Chine’s haiku about her hands has an ally in an early spring haiku by another Basho woman follower, Chigetsu:

Hands stopped
by the bush warbler
kitchen sink

The bush warbler sings in February when the weather is still very cold, and the well water a woman used to wash dishes is especially chilly. The lovely call of the bird takes her consciousness away from her hands, and without consciousness, they stop moving.

Hands also appear in a haiku another woman follower, Uko, writting about her small daughter Sai:

I shall breathe
on your frostbit hands —
big ball of snow

She breathes warmth on her daughter’s red and inflamed hands. Mom and Sai-chan rolled the ball of snow together.   These three woman poets follow their teacher in his frequent focus on body parts and the sensations and activities of these parts. (See Article F-2 HANDS in Basho4Now.)

Kyorai and Chine arrive in the part of Ise where the Grand Shrine is.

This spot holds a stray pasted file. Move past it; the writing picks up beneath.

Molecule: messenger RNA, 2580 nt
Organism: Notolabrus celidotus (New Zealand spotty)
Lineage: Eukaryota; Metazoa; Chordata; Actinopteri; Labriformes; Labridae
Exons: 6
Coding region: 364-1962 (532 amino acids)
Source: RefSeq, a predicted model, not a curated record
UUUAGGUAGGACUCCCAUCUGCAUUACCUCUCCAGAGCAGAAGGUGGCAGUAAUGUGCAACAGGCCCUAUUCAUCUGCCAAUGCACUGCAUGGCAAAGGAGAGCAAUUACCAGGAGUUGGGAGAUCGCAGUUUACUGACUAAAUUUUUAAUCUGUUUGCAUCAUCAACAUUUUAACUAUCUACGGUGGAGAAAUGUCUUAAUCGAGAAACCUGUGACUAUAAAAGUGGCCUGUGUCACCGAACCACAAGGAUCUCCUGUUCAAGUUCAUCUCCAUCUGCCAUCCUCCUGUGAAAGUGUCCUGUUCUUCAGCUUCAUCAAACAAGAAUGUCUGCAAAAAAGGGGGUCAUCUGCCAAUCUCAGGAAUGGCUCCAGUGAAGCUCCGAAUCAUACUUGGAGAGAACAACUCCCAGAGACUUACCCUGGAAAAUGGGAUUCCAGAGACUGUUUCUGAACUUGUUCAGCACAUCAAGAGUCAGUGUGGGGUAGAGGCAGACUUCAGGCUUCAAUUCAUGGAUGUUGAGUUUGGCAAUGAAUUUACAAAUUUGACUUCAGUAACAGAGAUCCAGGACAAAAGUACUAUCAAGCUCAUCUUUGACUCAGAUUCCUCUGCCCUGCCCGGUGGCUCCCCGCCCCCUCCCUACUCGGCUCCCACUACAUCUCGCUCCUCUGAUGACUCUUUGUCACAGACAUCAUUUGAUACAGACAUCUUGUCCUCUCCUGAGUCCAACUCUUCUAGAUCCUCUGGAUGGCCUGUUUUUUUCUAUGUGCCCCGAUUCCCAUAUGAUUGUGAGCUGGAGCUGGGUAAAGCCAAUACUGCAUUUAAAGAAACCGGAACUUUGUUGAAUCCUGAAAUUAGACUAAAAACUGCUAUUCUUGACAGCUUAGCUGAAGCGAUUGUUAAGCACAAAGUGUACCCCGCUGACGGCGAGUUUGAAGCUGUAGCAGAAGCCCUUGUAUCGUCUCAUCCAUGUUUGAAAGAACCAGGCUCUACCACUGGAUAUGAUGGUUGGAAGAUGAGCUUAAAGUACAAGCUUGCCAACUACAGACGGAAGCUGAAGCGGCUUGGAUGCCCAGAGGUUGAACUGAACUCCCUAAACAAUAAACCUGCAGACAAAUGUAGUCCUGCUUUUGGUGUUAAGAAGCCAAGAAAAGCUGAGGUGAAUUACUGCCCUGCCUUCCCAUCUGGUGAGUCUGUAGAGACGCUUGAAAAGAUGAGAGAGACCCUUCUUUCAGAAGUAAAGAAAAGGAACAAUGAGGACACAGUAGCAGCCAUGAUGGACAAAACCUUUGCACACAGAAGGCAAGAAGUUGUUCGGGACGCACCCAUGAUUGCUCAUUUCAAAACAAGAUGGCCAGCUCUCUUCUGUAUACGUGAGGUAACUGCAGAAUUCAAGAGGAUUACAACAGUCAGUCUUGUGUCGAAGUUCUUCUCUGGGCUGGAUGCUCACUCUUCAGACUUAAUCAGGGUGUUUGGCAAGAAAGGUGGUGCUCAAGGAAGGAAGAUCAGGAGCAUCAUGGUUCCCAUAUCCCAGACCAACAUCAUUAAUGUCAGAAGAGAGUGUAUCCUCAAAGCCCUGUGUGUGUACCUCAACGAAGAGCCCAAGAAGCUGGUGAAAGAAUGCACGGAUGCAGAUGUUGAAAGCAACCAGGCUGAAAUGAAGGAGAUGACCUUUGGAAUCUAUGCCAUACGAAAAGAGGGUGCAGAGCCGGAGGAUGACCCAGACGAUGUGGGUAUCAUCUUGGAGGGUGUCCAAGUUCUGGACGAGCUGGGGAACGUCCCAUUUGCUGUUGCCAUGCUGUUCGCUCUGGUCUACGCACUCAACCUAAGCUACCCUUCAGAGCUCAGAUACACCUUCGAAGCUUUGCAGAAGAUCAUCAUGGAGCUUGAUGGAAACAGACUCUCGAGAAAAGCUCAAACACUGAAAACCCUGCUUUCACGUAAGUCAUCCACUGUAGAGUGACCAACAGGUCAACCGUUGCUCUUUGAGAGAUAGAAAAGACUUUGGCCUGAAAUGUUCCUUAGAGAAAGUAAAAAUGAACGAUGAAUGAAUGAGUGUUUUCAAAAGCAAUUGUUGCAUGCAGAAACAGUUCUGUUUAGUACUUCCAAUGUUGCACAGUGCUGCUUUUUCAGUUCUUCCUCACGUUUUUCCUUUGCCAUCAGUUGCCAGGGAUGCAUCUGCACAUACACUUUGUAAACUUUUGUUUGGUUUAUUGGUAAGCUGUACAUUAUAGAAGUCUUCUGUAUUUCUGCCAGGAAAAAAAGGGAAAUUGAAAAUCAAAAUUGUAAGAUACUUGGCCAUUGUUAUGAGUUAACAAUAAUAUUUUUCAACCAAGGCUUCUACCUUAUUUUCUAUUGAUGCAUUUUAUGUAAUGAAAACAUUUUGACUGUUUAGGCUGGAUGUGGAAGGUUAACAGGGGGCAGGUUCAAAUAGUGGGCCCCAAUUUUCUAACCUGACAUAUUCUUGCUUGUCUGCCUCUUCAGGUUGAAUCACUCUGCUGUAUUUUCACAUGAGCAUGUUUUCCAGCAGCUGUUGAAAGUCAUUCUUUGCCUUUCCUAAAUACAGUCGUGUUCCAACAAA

We change our clothes and fix our hair then with deep respect go to visit the Inner Shrine. Our eyes could not be parted from the scene…

It is not appropriate to wear dirty travel clothes or loose hanging hair when visiting the home of the Sun Goddess.

In the evening we buy souvenirs for everyone and so it became night.

Just like their descendants traveling today, Kyorai and Chine buy souvenirs for the folks at home. Here ends our time within Kyorai’s journal.

Chine’s journey with her brother was her final fling before marriage. She had one daughter in 1687, but in the summer of 1688 when Basho was in Kyoto, he learned that Chine was gravely ill, possibly from complications from her second pregnancy. Her brother used all his medical skill, but still she passed away.